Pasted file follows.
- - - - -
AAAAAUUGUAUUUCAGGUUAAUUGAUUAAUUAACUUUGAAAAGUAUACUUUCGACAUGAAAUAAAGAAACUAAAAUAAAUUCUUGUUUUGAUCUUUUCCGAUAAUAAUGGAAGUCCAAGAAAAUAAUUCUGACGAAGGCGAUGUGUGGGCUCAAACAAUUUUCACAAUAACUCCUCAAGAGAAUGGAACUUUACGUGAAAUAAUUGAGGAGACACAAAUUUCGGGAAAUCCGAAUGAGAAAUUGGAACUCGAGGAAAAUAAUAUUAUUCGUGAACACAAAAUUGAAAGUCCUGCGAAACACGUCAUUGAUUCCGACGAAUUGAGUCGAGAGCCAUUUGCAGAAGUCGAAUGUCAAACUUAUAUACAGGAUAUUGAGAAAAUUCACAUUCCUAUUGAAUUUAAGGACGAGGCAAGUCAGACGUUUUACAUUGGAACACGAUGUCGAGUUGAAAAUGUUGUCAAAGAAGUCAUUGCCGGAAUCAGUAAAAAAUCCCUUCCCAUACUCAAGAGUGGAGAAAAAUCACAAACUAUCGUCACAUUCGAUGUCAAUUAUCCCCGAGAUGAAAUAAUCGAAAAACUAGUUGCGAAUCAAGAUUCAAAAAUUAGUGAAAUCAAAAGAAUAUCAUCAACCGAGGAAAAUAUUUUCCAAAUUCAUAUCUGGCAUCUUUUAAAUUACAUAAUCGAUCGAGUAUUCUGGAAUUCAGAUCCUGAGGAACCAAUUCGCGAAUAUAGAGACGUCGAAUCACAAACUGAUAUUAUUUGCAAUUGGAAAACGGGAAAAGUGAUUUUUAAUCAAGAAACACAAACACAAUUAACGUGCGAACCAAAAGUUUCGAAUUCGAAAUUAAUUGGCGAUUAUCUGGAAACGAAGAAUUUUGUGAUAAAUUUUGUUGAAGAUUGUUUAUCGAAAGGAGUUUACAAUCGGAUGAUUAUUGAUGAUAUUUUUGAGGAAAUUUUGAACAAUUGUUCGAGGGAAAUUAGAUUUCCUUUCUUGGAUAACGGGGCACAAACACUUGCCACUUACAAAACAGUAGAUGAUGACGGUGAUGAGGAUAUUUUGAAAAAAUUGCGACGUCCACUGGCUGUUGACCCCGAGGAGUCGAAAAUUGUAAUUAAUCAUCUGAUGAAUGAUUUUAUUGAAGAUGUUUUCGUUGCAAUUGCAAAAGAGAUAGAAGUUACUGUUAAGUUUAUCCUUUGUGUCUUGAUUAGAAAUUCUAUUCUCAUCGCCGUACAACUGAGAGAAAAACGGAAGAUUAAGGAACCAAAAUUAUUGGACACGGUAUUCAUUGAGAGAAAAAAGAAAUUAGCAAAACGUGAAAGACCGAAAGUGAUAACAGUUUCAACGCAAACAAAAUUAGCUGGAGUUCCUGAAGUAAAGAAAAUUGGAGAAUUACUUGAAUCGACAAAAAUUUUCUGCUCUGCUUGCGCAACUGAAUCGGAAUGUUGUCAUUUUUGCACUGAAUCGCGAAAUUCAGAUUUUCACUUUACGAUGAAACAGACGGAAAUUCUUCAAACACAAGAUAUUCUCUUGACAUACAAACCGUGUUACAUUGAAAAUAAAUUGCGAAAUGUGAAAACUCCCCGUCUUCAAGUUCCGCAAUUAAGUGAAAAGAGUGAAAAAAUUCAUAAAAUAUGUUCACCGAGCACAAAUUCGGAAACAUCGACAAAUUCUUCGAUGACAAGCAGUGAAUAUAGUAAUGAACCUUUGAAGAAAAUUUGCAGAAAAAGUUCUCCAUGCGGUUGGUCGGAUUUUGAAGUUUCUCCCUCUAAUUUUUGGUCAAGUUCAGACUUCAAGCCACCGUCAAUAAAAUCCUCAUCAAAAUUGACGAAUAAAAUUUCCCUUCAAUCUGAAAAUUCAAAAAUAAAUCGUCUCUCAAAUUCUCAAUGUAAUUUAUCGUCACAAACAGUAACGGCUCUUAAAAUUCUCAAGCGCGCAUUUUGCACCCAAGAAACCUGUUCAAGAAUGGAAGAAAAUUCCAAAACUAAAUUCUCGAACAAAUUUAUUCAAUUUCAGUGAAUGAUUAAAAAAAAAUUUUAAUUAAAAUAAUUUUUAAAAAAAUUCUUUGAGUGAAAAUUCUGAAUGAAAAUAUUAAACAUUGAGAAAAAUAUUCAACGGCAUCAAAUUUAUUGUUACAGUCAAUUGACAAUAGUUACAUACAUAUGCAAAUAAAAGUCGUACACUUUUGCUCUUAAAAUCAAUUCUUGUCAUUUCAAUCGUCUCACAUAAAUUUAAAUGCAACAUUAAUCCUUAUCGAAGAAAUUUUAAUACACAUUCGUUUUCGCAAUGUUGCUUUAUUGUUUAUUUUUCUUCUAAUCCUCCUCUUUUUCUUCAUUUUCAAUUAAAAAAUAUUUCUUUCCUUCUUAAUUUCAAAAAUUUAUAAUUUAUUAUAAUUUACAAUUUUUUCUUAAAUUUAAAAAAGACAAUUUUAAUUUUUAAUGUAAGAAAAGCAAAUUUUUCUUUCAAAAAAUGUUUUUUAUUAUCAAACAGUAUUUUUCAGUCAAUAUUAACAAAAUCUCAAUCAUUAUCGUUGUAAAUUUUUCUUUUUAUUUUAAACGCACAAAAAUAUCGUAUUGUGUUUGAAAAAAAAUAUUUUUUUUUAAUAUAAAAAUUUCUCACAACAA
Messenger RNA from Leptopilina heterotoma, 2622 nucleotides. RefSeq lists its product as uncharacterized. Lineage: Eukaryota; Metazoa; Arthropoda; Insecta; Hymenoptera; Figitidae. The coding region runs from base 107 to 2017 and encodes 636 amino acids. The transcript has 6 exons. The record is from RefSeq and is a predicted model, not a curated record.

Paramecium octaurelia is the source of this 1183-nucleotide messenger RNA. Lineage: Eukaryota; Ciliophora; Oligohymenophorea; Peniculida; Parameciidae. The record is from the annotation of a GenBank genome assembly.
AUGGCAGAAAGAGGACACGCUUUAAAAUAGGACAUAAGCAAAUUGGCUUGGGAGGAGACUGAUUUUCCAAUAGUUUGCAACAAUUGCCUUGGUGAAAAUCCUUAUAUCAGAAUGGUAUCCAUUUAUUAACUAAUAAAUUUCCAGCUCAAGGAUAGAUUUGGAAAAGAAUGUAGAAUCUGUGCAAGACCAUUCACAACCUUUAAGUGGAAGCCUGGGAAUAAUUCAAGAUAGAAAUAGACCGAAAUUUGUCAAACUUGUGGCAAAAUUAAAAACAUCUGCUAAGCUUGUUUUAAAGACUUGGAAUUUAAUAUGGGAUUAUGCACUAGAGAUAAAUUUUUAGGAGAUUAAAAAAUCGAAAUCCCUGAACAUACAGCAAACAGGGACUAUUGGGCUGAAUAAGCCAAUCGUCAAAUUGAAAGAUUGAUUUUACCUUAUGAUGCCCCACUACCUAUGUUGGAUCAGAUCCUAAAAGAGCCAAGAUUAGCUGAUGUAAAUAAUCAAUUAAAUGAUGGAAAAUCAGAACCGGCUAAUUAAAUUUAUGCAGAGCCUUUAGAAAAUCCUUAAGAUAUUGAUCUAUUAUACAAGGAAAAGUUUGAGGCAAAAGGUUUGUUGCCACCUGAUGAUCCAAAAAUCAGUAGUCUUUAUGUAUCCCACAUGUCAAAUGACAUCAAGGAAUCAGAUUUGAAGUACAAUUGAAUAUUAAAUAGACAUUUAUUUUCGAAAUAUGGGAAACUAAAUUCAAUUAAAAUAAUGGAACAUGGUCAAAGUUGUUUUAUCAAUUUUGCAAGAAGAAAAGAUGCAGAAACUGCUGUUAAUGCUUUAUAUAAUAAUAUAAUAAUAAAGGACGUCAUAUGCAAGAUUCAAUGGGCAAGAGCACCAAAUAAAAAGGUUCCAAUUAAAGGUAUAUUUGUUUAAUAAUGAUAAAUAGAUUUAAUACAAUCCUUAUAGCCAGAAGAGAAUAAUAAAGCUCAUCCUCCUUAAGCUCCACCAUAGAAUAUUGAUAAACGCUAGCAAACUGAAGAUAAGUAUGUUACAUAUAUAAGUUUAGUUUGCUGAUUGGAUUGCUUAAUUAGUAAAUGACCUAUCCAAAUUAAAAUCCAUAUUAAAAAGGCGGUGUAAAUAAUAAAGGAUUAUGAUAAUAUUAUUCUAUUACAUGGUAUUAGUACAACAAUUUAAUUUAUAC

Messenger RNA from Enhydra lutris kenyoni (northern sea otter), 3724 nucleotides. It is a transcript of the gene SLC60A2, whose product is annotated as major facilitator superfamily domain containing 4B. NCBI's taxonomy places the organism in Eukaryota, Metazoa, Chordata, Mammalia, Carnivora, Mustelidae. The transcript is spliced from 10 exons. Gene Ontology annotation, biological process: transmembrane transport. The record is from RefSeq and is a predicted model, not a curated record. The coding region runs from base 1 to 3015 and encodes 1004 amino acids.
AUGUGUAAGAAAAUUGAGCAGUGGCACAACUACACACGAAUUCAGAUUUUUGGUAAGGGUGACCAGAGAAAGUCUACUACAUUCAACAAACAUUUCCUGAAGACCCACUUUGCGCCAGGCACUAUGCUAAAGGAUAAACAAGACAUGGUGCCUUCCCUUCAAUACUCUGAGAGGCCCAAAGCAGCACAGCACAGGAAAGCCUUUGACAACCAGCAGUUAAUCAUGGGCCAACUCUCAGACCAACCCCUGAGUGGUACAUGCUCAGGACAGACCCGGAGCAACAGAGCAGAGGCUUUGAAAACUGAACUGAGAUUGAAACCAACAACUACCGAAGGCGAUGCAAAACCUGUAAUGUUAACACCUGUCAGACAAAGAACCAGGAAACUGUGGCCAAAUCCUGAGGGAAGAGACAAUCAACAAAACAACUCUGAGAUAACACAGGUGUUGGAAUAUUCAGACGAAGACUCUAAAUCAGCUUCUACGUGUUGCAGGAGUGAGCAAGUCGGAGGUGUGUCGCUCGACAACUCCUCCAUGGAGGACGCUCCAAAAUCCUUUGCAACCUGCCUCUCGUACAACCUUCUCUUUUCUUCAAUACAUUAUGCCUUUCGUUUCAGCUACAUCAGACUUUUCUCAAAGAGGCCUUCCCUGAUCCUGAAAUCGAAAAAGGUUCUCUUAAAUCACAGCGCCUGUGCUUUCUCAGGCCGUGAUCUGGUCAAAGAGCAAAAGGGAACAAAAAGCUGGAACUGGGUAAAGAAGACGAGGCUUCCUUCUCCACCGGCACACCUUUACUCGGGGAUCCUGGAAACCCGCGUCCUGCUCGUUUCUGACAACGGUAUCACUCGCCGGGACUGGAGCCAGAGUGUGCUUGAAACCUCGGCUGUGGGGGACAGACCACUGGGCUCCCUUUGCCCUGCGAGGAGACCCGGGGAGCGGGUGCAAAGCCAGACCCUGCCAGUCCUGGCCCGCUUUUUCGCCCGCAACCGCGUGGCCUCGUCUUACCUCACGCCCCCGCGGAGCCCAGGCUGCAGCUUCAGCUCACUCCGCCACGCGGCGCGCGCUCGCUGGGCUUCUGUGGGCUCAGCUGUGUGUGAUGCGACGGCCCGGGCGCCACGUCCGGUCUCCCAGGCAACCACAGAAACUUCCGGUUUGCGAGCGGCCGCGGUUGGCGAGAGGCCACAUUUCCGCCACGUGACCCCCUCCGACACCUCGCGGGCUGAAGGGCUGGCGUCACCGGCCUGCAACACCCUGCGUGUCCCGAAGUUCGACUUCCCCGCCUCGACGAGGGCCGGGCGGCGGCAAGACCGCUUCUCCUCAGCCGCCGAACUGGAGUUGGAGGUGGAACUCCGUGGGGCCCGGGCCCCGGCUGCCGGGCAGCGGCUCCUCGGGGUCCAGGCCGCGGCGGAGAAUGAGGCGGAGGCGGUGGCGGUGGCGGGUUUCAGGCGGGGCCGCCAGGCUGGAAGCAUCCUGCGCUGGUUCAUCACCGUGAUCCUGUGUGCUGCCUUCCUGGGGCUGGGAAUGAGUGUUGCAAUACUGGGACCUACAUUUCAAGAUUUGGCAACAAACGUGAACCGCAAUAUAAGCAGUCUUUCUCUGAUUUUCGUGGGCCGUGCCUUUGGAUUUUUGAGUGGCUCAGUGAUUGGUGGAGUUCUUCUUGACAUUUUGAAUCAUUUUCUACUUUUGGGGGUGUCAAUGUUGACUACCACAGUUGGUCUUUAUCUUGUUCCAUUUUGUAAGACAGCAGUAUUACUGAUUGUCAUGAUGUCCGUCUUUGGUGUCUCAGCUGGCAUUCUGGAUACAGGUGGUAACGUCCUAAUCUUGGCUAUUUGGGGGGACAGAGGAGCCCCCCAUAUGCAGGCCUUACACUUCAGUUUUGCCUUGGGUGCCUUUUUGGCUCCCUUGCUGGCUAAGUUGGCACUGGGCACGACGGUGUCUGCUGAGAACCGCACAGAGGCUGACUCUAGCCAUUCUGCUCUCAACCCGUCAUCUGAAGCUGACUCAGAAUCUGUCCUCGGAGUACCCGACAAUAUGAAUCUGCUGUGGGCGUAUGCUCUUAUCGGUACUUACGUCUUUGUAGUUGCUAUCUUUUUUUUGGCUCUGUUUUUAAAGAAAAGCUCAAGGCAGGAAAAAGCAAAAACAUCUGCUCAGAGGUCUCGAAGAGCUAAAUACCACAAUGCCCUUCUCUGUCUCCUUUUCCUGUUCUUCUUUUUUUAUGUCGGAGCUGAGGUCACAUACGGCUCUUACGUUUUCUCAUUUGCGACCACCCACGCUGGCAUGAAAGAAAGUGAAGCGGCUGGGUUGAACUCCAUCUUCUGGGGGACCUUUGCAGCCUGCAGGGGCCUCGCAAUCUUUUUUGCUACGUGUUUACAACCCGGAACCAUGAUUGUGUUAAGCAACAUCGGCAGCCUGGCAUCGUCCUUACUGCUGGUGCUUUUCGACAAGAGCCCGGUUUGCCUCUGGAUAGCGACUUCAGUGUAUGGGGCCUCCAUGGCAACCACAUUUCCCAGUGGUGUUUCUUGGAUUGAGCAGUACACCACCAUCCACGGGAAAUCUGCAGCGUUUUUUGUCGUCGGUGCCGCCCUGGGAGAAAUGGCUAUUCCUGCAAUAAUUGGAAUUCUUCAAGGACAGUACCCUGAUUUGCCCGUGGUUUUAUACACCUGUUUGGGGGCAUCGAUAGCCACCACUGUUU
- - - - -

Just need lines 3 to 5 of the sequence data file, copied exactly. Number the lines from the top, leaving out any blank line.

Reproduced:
Paramecium octaurelia is the source of this 1183-nucleotide messenger RNA. Lineage: Eukaryota; Ciliophora; Oligohymenophorea; Peniculida; Parameciidae. The record is from the annotation of a GenBank genome assembly.
AUGGCAGAAAGAGGACACGCUUUAAAAUAGGACAUAAGCAAAUUGGCUUGGGAGGAGACUGAUUUUCCAAUAGUUUGCAACAAUUGCCUUGGUGAAAAUCCUUAUAUCAGAAUGGUAUCCAUUUAUUAACUAAUAAAUUUCCAGCUCAAGGAUAGAUUUGGAAAAGAAUGUAGAAUCUGUGCAAGACCAUUCACAACCUUUAAGUGGAAGCCUGGGAAUAAUUCAAGAUAGAAAUAGACCGAAAUUUGUCAAACUUGUGGCAAAAUUAAAAACAUCUGCUAAGCUUGUUUUAAAGACUUGGAAUUUAAUAUGGGAUUAUGCACUAGAGAUAAAUUUUUAGGAGAUUAAAAAAUCGAAAUCCCUGAACAUACAGCAAACAGGGACUAUUGGGCUGAAUAAGCCAAUCGUCAAAUUGAAAGAUUGAUUUUACCUUAUGAUGCCCCACUACCUAUGUUGGAUCAGAUCCUAAAAGAGCCAAGAUUAGCUGAUGUAAAUAAUCAAUUAAAUGAUGGAAAAUCAGAACCGGCUAAUUAAAUUUAUGCAGAGCCUUUAGAAAAUCCUUAAGAUAUUGAUCUAUUAUACAAGGAAAAGUUUGAGGCAAAAGGUUUGUUGCCACCUGAUGAUCCAAAAAUCAGUAGUCUUUAUGUAUCCCACAUGUCAAAUGACAUCAAGGAAUCAGAUUUGAAGUACAAUUGAAUAUUAAAUAGACAUUUAUUUUCGAAAUAUGGGAAACUAAAUUCAAUUAAAAUAAUGGAACAUGGUCAAAGUUGUUUUAUCAAUUUUGCAAGAAGAAAAGAUGCAGAAACUGCUGUUAAUGCUUUAUAUAAUAAUAUAAUAAUAAAGGACGUCAUAUGCAAGAUUCAAUGGGCAAGAGCACCAAAUAAAAAGGUUCCAAUUAAAGGUAUAUUUGUUUAAUAAUGAUAAAUAGAUUUAAUACAAUCCUUAUAGCCAGAAGAGAAUAAUAAAGCUCAUCCUCCUUAAGCUCCACCAUAGAAUAUUGAUAAACGCUAGCAAACUGAAGAUAAGUAUGUUACAUAUAUAAGUUUAGUUUGCUGAUUGGAUUGCUUAAUUAGUAAAUGACCUAUCCAAAUUAAAAUCCAUAUUAAAAAGGCGGUGUAAAUAAUAAAGGAUUAUGAUAAUAUUAUUCUAUUACAUGGUAUUAGUACAACAAUUUAAUUUAUAC

Messenger RNA from Enhydra lutris kenyoni (northern sea otter), 3724 nucleotides. It is a transcript of the gene SLC60A2, whose product is annotated as major facilitator superfamily domain containing 4B. NCBI's taxonomy places the organism in Eukaryota, Metazoa, Chordata, Mammalia, Carnivora, Mustelidae. The transcript is spliced from 10 exons. Gene Ontology annotation, biological process: transmembrane transport. The record is from RefSeq and is a predicted model, not a curated record. The coding region runs from base 1 to 3015 and encodes 1004 amino acids.